Pope Francis receives a gift from children during a visit to Christuskirche, a parish of the German Evangelical Lutheran church, in Rome on Nov. 15, 2015. (CNS/Catholic Press/ Massimiliano Migliorato)
Thomas Ryan | Oct. 19, 2016
As we approach the year of events leading up to the 500th anniversary of the Protestant Reformation on Oct. 31, 2017, a resurfacing question will be: Do we celebrate? Repent? Commemorate? Perhaps all three?
This is the first time the centenary observance of the Reformation will occur in an ecumenical era. Since the Joint Declaration of the Doctrine of Justification by the Vatican and the Lutheran World Federation in 1999, we’ve reached a new stage. We’ve made more progress in the last 50 years toward healing the wounds of our divisions than we have in the last five centuries.
Top Lutheran theologians participated as observers at the Second Vatican Council (1962-65). The international dialogue between the Vatican Secretariat for Ecumenism and the Lutheran World Federation started in 1967. After five sessions, they came out with the Malta Report in 1972 in which it was clear they decided to take on in the ensuing years a whole range of issues: Scripture and tradition; admission to the Eucharist; justification by faith; church law; ordination.
At a weeklong conference on “Fifty Years of Lutheran-Catholic Dialogue” last July at the Lutheran Institute for Ecumenical Research in Strasbourg, France, Dominican Fr. Hervé Legrand, a participant in the dialogue, gave an overview of the dialogue commission’s work.
Discussion on Eucharist and ministry led to a new document in 1978 on “The Lord’s Supper.” Catholics and Lutherans agreed: Celebration of the Eucharist doesn’t “repeat” the sacrifice of the cross or add to its salvific value. In the document, giving Communion under both kinds and preaching at every Mass was asked of Catholics, while a weekly celebration was asked of Lutherans. There is extensive agreement on the real presence under the signs of bread and wine.
As Lutherans only have two sacraments — baptism and Eucharist — they do not profess the sacramentality of ordination. For them, it is more of a collegial reality, whereas for Catholics it has an indelible character, that is, it marks one for life and cannot just be given up or repeated. There was a convergence of understanding on this, but a lack of accord on who can be ordained.
On the question of the ordination of bishops, for Catholics, if one becomes a bishop, one enters the college of the apostles. This historical link made sense to the Lutheran representatives for universal unity in apostolic teaching.
The Malta Report ended with the recommendation, based on growing theological agreement, that occasional sharing in the Eucharist should be allowed. “Not enough attention and action has been given to this recommendation,” said Legrand.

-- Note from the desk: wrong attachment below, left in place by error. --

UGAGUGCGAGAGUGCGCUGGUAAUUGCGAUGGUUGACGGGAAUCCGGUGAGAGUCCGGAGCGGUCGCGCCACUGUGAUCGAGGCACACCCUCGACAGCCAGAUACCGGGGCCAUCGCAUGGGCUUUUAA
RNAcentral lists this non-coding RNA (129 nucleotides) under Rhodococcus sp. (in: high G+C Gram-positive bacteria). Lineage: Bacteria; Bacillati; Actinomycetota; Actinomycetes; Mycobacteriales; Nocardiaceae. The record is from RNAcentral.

“Canon law remains a huge obstacle in the ecumenical movement,” Legrand observed, “and is tying the hands of Pope Francis as well.”
He reflected that Vatican II was too short, inasmuch as it was primarily a theological council. There wasn’t enough time to make the called-for adaptations in canon law in which, for example, there is no place for synods.
“The law is not fruitful for ecumenical dialogue,” said Legrand. “Primacy is never to be thought about without collegiality.”
The international commission’s 1985 document “Facing Unity” recommends that Roman Catholics recognize the Augsburg Confession — the primary confession of faith of the Lutheran church — as a legitimate profession of faith. “Facing Unity” invites Catholics to recognize Martin Luther as our common teacher, as one whose heritage has been distorted over time.
Cardinal Johannes Willebrands, president of the Pontifical Council for Promoting Christian Unity from 1969 to 1989, noted that Vatican II accepted many of Luther’s demands. Thanks to Luther, he said, many good ideas have been introduced into the Roman Catholic church, such as the use of the vernacular in liturgy; offering of both species in holy Communion; need for constant reform; priesthood of all believers; and more attention to Scripture and preaching. What we have in common is more important than what divides us.
Our task now, said Legrand, is to outline a path toward unity. The way forward is to drop the condemnations of the past. To recognize legitimate diversity. To collaborate in ministry. To reach a common understanding of episcopacy, the college of bishops, apostolic succession, and the office of Peter.
[Paulist Fr. Thomas Ryan directs the Paulist North American Office for Ecumenical and Interfaith Relations in Boston.]
This story appeared in the Oct 21-Nov 3, 2016 print issue under the headline: Lutherans and Catholics chart path to unity .
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